Search results for: Learning communities
Page 1/3 22 items
Teachers as learners – a qualitative exploration of pre-service and in-service teachers’ continuous learning community OpenDigi
This study explores pre-service and in-service teachers’ experiences in working as a learning community. Pre-service teachers (N = 60) and teacher educators (N = 9) from a Finnish university and in-service teachers (N = 27) from four local comprehensive schools worked together over six months. The teachers-as-learners continuous learning model was created and implemented in practice. The participants’ written reflections were collected to explore what they learned, what challenges they experienced and how they would further develop the model. The results showed that the pre-service and the in-service teachers reflected on their work somewhat differently. The former experienced learning group working, self-regulation, and pedagogic and didactic skills. The latter learned group working skills and new teaching methods. Both groups of teachers experienced challenges, one of which was named role confusion. The pre-service teachers experienced role confusion in terms of guided versus independent work. The in-service teachers’ role confusion led them to wonder whether they should provide the pre-service teachers with expert support or participate as equal group members. Both pre-service and in-service teachers reflected that the model would require active involvement of all teachers and teacher educators involved. The results provide implications for pre-service and in-service teacher education.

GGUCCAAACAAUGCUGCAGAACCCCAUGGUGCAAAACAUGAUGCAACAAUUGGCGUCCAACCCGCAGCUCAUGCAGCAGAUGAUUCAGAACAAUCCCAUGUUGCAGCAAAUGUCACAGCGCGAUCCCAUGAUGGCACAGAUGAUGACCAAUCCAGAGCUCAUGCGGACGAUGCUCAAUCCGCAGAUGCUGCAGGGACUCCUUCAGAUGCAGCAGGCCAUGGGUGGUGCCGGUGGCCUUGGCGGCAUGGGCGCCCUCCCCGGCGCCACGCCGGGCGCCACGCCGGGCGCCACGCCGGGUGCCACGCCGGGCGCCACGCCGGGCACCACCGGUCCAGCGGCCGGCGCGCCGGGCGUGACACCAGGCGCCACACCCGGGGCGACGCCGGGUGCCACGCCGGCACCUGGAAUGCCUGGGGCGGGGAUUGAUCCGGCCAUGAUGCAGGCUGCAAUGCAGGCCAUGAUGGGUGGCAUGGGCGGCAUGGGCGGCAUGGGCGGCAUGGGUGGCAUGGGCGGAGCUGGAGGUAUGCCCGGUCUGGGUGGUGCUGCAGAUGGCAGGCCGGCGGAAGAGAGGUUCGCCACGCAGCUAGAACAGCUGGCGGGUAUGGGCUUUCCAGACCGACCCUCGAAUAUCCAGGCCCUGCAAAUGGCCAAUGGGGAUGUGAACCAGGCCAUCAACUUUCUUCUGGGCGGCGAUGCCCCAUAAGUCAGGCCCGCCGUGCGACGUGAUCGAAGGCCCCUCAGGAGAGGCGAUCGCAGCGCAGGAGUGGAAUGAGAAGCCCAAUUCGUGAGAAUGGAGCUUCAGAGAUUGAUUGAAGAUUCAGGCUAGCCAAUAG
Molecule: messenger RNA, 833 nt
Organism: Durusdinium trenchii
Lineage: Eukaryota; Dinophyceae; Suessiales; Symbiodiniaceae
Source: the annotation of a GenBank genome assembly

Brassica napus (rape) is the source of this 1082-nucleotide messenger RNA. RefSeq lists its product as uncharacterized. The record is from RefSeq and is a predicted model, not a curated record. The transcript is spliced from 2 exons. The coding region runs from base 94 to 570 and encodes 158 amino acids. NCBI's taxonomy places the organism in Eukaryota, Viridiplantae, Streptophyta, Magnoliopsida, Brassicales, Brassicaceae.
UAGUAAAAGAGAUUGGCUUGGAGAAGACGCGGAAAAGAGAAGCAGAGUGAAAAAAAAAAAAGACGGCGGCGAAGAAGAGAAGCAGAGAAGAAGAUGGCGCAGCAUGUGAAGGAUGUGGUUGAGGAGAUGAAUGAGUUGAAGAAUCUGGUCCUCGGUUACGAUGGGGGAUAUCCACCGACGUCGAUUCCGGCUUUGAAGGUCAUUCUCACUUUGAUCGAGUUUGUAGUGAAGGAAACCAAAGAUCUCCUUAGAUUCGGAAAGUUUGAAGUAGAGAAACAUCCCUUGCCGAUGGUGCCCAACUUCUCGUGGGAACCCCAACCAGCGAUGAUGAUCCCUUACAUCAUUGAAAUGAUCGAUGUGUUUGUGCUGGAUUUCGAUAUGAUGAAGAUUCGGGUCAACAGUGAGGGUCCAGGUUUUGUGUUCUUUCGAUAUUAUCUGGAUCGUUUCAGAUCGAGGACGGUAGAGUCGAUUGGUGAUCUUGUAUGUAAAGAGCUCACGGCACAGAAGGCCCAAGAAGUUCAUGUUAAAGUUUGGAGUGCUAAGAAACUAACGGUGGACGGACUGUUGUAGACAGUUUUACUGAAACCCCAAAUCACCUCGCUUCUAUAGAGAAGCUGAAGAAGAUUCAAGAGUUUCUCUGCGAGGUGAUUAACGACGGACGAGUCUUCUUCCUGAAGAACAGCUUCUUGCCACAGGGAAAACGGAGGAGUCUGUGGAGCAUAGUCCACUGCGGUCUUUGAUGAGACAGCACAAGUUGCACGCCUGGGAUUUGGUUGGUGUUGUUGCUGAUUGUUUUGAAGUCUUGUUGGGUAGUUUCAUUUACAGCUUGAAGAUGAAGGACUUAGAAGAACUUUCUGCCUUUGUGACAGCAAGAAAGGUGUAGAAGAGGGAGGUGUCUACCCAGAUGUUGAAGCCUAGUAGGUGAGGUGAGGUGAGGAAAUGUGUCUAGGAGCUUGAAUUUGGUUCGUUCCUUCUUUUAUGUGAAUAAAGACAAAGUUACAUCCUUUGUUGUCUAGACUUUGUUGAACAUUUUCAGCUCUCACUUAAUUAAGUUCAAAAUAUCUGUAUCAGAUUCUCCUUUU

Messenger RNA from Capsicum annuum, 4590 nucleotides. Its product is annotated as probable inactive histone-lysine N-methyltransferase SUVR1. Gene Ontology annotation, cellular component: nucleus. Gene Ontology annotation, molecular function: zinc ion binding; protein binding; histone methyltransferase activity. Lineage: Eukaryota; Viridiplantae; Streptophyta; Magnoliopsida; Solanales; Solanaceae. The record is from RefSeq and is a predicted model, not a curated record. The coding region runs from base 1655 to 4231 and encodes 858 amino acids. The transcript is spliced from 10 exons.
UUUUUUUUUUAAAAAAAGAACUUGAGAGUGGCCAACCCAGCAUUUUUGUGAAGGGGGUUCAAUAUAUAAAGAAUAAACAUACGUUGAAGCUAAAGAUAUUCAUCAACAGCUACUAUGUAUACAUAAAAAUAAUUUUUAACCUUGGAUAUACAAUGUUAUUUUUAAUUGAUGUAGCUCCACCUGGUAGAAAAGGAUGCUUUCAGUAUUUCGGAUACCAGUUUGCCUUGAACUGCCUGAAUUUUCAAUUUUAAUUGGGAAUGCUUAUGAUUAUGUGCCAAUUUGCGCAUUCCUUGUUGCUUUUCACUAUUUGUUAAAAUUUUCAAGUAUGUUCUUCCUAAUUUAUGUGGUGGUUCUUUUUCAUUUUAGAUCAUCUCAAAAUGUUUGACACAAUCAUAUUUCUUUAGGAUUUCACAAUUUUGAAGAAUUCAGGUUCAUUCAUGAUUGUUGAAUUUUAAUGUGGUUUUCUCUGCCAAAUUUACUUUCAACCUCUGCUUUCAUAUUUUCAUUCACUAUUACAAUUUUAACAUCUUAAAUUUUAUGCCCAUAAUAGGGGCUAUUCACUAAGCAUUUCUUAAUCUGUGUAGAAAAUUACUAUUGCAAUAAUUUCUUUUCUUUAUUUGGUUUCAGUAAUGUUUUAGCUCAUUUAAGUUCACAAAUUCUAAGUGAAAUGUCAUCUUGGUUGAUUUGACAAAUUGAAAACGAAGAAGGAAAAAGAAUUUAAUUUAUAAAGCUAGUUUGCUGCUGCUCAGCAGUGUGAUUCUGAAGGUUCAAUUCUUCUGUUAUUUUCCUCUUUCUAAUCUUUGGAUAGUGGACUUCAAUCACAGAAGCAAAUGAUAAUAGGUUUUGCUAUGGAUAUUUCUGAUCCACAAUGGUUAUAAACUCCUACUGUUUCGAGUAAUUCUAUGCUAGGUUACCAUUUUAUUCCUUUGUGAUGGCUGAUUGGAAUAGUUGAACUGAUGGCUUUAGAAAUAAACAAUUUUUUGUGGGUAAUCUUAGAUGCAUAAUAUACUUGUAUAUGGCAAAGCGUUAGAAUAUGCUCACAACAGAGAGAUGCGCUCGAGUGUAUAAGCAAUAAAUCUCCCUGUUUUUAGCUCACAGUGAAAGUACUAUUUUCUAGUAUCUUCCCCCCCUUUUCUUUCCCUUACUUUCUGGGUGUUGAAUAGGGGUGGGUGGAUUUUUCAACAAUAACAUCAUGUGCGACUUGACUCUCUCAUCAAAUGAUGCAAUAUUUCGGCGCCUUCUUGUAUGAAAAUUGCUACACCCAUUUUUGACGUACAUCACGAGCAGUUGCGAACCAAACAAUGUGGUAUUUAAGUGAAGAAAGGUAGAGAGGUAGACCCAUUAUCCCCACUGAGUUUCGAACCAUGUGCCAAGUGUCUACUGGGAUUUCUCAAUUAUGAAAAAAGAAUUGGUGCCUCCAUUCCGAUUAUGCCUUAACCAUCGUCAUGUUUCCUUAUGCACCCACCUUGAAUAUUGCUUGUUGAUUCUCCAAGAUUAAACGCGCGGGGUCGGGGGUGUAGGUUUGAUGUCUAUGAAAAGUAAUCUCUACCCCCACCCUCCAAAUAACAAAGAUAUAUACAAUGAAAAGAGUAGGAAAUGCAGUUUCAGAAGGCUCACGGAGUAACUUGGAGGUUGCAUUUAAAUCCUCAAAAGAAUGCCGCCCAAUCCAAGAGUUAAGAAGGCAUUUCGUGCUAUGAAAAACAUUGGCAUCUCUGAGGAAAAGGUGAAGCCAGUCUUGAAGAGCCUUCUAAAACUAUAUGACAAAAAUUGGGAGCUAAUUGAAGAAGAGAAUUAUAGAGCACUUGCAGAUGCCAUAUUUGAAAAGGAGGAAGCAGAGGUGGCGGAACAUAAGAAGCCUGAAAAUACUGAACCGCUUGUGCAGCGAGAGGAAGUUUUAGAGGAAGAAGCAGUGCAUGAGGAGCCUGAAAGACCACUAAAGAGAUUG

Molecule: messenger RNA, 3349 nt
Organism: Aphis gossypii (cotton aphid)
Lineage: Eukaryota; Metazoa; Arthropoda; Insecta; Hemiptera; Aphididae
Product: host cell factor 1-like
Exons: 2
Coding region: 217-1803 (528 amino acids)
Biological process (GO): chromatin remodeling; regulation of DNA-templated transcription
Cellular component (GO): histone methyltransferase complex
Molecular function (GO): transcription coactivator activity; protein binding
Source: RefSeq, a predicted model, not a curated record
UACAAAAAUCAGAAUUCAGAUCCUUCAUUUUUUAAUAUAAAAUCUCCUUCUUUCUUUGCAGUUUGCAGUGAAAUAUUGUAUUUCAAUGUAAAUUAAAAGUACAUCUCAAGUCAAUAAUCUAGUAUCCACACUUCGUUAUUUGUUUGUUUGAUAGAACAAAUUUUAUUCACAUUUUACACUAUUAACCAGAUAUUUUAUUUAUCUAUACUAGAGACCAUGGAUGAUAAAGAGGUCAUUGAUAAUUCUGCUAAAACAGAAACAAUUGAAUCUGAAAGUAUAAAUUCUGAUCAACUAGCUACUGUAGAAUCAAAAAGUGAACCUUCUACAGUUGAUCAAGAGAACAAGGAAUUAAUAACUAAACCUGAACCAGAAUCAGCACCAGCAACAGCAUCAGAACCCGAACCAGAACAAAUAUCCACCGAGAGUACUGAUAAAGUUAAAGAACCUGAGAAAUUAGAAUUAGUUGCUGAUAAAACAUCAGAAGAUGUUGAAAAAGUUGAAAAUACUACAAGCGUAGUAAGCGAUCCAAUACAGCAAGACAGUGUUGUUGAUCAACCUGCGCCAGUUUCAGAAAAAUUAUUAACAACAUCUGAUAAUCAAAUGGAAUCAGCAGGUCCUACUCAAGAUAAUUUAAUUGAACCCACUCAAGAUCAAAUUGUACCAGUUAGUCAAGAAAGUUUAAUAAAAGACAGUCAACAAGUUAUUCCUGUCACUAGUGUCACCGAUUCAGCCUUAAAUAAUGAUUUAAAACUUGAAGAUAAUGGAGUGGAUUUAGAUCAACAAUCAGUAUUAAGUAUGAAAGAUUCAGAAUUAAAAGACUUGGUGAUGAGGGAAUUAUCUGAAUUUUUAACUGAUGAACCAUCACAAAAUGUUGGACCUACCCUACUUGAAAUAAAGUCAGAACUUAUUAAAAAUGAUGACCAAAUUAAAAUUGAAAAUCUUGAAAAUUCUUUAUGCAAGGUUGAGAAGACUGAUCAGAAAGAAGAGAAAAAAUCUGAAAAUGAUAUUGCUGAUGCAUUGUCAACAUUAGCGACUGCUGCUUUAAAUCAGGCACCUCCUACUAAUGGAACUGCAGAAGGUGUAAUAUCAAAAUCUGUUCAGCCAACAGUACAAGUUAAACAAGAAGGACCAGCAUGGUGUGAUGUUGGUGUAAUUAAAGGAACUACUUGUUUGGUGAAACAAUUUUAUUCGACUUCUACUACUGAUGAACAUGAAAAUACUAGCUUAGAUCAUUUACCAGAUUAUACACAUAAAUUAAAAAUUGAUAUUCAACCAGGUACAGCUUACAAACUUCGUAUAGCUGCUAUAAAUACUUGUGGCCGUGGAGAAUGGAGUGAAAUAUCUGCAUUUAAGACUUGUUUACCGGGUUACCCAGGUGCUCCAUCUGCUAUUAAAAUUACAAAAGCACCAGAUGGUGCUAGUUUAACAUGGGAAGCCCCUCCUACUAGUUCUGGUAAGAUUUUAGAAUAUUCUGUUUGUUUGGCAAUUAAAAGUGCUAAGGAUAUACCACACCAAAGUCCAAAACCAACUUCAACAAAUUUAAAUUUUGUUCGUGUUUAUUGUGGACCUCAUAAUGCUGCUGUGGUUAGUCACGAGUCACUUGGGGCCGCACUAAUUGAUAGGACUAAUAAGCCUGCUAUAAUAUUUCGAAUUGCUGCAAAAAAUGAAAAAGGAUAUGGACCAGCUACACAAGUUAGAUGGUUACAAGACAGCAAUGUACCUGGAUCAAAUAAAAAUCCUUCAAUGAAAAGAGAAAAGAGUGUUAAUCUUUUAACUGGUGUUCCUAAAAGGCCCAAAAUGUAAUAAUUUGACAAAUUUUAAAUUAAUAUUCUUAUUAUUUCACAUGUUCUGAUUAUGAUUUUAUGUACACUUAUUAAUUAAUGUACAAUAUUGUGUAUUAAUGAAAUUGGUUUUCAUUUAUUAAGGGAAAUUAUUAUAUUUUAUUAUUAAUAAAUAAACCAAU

Updated: Feb. 16, 2022
“Learning Our Way Through”: Critical Professional Development for Social Justice in Teacher Education
While research indicates that critical professional development (CPD) can function as an alternative to dominant forms of top-down, anti-dialogical professional learning in K-12 settings, there is limited research on CPD in higher education, or among teacher education faculty specifically. In this article, the authors examine how participation in a year-long social justice-oriented faculty learning community (FLC) impacted faculty members’ identities and trajectories as social justice teacher educators and scholars. Our findings indicate that CPD can meet university-based educators’ hunger for community, professional learning, and strategic alliances, as well as increase their sense of efficacy and authenticity as social justice educators.
Updated: Sep. 21, 2020
Learning with their Peers: Using A Virtual Learning Community to Improve an In-service Biology Teacher Education Program in Brazil